Detoured from the "Damage from accidents !!! " thread...
i use a truck confidentally to pull trees over (sometimes put through a 3/1); sometimes lift limbs-then lower thru a PortaWrap on the hitch; sometimes pretightening a line with the truck, then lower the same way through a PortaWrap. But, i really hear you guys about overdoing it!
That is what i meant by "carefully metered force"; the points about proper timing for its application are very important too. Eye see a truck as one type of portable power and anchor; that can be safely used with discretion. One, point is we never really max out the truck, have it sliding sideways, burning rubber or anything. Just to apply overwhelming force at the right moment. Just like all are ropes are so much stronger than we need, we always keep the RPM's low. So we would have all that force in reserve, if we need it; without wearing out the guys, or possibly with less of them! i look at the truck as a tree-mendous amount of power; that we are only going to use a small metered amount of, with plenty of reserve.
The first thing i look at; is 'how much force do i need?'..... 'How off balance is the tree?'; and then 'how much leverage do i have already?'.
i look at how the weight is distributed in the tree, ie. how much lean am i fighting, and is the weight of lean high or low that i am fighting. i see the point between the cut and the pulling point as a lever. The higher the weight is leaning backwards, the more leverage it has against me; the more force i need. Lower, weight leaning backwards is easy to get leverage on. i look at the attatchment point of the limbs to determine this height/leverage point of that weight, and then subtract equivalent weight leaning forward at its attatchment points; judge what has leverage on what etc. Though a lot of times, we use a truck on things we don't have to. Just when we would like more positive steering and slower drop; by pulling the tree earlier in the backcut; with a 'meatier' hinge, to usher it down. Thereby keeping the tree more 'polite'; on it's fall; into wide facecut. That wide mouth facecut gives the system the mechanical instruction for the tree to hang on longer to the stump; until the faces slam together; committing that all that leveraged, moving force to stop or tear off, as it can't move anymore.
i seek to maximize the leverage into the system by putting the line in the tree as high as possible. i think tracing the line down the back of the tree; instead of just a running bowline up to the top, gives it more bracing; thereby you can confidentally put it into the tree higher, for more leverage. Also, it applies the force in a cocked back position, pushes the tree from the back, and also allows for second guessing your (or someone else's) choice of where it is in the tree. Dropping the cut as low as feasible, also; increases leverage; i like staying in an upright 'running' position - just in case!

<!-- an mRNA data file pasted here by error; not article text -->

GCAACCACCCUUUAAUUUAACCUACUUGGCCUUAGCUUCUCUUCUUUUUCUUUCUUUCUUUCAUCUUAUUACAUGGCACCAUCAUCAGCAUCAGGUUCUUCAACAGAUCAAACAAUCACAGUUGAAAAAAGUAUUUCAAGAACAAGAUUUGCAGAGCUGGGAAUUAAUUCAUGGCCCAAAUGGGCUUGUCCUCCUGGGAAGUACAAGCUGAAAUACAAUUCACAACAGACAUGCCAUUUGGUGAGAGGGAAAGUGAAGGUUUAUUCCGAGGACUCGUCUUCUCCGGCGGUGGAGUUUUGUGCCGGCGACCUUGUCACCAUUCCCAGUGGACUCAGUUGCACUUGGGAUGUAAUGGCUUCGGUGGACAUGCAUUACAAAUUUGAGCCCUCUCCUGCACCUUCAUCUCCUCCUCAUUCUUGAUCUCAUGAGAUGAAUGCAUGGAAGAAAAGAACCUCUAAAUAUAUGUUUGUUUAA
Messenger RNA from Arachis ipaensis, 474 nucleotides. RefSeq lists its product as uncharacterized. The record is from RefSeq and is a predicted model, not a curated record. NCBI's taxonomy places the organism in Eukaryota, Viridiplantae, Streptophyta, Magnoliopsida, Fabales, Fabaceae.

i also think that the bend in the red rope at the top; before it comes down to the clove hitch 'wants' to straighten out; the more line tension there is; thus putting some some diffrent kind of force into it too. But, i can't prove or site exactly why.
We also, wedge from the back; using the longest wedge possible. If, a wedge takes a longer distance to give you the same amount of lift; it will put more pressure on the lift of the tree (if your pounding it in tight). Taht's the Mechanical advantage, of that longer distance to achieve; funneled into the same space. A lot depends on the moving machine here, ie. the hinge. So it must be just write. Any rot, 'cat facing', knots, dryness, species, temp etc. that would effect the strength or flexability; could effect the outcome. Good wood, with the face cut almost half way in (scheduling the hinge to be at the widest part of the tree); and walk the hinge down to a point of failure and ease it down with overwhelming force. With the most amount of strong, flexible hinge ushering it down with the most control.
Then, after all else is maximized; we dribble some of the truck force on top at the right moment. Usually a well centered pull, unless we are trying to get some kind of tourqed pull or something. Knowing we could wear the truck out, before we even had enough backut to free it to to fall, might be able to break the rope, mabe even snapping the tree backwards at the same time! We just don't! We just carefully use that mule and anchor and save ourselves, and have more backup force in case something goes wrong! And with a 3/1 on it; you have massive power available; with a lil run; you just very carefully meter it in confidentally, after surveying just what you need when; and realizing you could overdo it at any time, and have plenty of power to get you out of trouble, or into it!.